Two Reminders for Writing Genre Fiction

An editor friend of mine was at a writing conference not too long ago, and he came back with a horror story about genre fiction (no, not a horror genre story.) There’s two basic reminders for writing genre fiction that good writers follow.

Know the Tropes

If you’re going to write genre fiction, you have to know the tropes. If it’s a hardboiled detective story, you need a detective, usually a gruff one. If it’s space opera, it better be set in space. Romance? There better be a romantic relationship front and center.

Now, understand that this doesn’t mean you’ve got to spend a lot of time researching every possible thing that needs to be there. Some of this comes with practice, some from having good beta readers (or editors). Some can even come from natural talent. If you’re the type of author that tends to skimp on research, maybe do a little more than you normally would. If you’re the type that immerses yourself into the research so deeply that you could probably write a doctoral thesis about the genre, maybe stop short of that.

The point is that you have to hit the proverbial target. You’ve got to nail enough of the tropes down that a reader can say without thinking too hard, “Yep, this is a <insert whatever genre> because it has <insert trope here>”

Subvert the Tropes

Now, the fun part. You know the tropes, now you have to subvert them. You heard me: change something; invert something. That detective in your hardboiled tale? It’s a woman. Space opera? Yeah, but it’s underwater.

I won’t lie to you. Deciding which of the tropes (and how many) to subvert is even harder than knowing them. It’s okay; I believe in you. If you’re just starting out, pick just one trope to change. You’d be surprised how much bang for your buck you can get from subverting just one.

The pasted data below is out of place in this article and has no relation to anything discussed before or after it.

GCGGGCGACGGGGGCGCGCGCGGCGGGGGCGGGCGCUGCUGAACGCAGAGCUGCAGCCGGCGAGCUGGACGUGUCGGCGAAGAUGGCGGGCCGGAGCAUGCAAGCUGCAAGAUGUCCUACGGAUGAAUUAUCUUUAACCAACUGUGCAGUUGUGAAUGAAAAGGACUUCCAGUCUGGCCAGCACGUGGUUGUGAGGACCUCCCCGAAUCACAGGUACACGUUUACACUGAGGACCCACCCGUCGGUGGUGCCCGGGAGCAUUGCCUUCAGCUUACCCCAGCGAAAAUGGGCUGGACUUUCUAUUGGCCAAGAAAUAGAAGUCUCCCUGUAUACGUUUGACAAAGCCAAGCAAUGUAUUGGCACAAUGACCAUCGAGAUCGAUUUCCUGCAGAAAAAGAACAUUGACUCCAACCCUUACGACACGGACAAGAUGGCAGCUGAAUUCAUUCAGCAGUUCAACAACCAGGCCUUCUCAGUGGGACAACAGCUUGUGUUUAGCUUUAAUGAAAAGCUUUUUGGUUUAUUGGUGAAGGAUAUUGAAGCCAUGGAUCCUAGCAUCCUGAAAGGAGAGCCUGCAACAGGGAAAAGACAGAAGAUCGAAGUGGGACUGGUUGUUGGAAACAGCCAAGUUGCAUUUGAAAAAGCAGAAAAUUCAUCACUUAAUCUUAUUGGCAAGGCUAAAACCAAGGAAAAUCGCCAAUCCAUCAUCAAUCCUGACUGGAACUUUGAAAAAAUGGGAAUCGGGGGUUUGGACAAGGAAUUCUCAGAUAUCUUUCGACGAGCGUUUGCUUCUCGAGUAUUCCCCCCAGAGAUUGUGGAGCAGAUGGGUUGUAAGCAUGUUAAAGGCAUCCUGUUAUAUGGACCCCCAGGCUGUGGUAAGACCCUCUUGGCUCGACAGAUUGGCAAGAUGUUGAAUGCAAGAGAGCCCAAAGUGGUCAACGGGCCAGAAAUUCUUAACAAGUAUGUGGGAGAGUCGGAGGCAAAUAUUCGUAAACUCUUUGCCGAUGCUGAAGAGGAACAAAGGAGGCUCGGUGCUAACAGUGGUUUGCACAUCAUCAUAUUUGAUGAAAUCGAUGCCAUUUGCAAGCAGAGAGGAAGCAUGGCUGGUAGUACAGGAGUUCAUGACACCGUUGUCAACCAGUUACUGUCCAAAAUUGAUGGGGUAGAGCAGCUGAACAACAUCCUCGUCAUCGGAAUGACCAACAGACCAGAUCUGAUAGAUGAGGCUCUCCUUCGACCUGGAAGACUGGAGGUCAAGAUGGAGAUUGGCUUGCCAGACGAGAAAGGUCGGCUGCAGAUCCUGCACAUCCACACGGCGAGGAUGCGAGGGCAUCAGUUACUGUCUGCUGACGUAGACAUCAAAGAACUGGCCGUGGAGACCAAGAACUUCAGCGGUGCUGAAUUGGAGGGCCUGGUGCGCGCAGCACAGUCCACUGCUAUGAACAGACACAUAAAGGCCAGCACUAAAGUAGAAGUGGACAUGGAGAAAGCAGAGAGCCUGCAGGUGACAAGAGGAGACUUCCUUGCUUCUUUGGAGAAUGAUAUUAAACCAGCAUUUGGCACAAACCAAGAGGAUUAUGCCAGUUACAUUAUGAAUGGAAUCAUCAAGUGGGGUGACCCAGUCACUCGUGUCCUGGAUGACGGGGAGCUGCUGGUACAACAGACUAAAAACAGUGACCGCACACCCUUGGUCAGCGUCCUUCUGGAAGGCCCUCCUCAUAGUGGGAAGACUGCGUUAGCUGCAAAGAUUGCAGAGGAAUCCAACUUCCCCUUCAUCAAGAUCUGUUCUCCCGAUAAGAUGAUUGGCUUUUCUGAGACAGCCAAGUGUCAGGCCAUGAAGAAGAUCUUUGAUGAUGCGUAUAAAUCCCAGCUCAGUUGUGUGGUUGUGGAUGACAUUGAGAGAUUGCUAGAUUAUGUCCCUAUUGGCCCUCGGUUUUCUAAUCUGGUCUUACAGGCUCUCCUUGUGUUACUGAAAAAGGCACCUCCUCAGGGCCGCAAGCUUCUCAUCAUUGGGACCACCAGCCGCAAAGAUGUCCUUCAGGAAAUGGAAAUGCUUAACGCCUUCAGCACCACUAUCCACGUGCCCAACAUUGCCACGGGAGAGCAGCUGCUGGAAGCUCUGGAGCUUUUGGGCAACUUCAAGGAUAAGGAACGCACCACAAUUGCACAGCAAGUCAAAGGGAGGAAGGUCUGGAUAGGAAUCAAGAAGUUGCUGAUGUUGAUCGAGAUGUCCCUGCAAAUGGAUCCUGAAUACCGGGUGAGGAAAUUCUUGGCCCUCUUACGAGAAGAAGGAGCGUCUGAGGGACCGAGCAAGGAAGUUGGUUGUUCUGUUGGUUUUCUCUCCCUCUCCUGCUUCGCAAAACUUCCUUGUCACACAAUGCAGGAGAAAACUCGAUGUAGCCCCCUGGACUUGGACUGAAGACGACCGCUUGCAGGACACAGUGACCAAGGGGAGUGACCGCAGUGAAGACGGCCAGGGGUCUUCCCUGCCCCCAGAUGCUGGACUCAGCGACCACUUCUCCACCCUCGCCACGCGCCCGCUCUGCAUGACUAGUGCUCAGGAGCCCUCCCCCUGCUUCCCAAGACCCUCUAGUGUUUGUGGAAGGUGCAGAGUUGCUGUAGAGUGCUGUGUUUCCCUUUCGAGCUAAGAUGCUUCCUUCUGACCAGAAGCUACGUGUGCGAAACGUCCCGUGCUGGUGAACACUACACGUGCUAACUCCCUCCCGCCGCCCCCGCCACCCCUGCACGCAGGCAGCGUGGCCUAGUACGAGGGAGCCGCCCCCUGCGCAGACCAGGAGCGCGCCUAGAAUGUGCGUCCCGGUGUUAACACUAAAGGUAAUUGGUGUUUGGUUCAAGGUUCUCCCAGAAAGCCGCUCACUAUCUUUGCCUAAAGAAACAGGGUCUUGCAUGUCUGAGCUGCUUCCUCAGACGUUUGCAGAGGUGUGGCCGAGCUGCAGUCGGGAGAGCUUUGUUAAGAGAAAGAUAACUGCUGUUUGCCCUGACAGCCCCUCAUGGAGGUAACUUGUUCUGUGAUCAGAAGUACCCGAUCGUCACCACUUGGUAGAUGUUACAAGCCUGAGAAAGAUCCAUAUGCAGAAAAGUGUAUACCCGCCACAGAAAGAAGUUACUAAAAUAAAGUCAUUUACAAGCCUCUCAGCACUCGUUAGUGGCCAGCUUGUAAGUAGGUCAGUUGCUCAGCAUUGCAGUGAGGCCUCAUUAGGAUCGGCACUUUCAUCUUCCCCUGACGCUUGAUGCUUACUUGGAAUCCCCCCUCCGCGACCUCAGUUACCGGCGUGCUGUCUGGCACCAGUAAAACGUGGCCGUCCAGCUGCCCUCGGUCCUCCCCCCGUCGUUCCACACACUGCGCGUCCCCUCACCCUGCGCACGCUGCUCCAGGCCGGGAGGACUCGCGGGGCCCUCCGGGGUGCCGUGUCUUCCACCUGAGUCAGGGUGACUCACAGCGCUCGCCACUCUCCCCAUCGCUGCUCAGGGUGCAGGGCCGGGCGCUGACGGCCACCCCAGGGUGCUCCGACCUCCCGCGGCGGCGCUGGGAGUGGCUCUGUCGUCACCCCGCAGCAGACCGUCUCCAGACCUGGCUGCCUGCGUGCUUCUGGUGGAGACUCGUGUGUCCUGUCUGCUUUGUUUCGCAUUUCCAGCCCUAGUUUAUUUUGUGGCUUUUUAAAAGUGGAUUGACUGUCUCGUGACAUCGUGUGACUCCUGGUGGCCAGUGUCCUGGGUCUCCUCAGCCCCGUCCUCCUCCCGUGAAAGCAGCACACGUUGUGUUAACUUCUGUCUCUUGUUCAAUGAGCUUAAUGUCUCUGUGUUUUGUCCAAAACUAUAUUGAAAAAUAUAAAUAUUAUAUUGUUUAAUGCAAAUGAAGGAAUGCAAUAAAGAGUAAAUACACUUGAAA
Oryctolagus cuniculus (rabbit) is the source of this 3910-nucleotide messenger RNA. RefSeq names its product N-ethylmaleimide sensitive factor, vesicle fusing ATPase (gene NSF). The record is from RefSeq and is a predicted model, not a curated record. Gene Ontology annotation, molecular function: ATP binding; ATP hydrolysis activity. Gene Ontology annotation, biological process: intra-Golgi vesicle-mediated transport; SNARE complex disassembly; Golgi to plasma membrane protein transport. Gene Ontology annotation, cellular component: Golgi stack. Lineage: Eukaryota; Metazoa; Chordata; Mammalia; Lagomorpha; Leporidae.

Which one? What’s the one thing that annoys you about the genre? That military sci-fi that always seems to have a white male dudebro protagonist? What if he’s not a decorated war hero? Maybe he’s scared shitless and pukes before every battle, but that’s part of what makes him an effective leader.

What would bring you the most joy to change? Maybe you’ve always wanted to tell a stroy about a romantic comedy where the two potential lovers are androids. Or an alien and a human. Or it’s actually a love quadrangle.

Subverting tropes is where you as a writer get to separate yourself as a genre author. It’s an opportunity to be different, to put your unique spin on things. Take advantage of it; have fun with it! You are doing this (writing genre fiction) because you want to, right?

Readers Don’t Care If It’s Cliché as Long as It’s Done Well

Surprise! It’s a third rule! (We editors are sneaky like this, sometimes.)

Clichés are familiar; they’re comfortable. Used properly, they’re like signposts for a reader, taking them from unfamiliar territory onto home turf before casting them back into the unknown. As long as you do it well, they (mostly) won’t mind.

Ever read a horror story where you could see the ending coming but you didn’t care because how the story got there was so good? That’s you not caring about cliché. Murder mysteries where the butler did it? Still effective, if done well (possibly by leading the reader towards the butler as the killer and then away before turning back in the third act for the final reveal).

What are you doing still reading this post? Get out there and write!

Barbie the Astronaut: What My Mom Taught Me about Feminism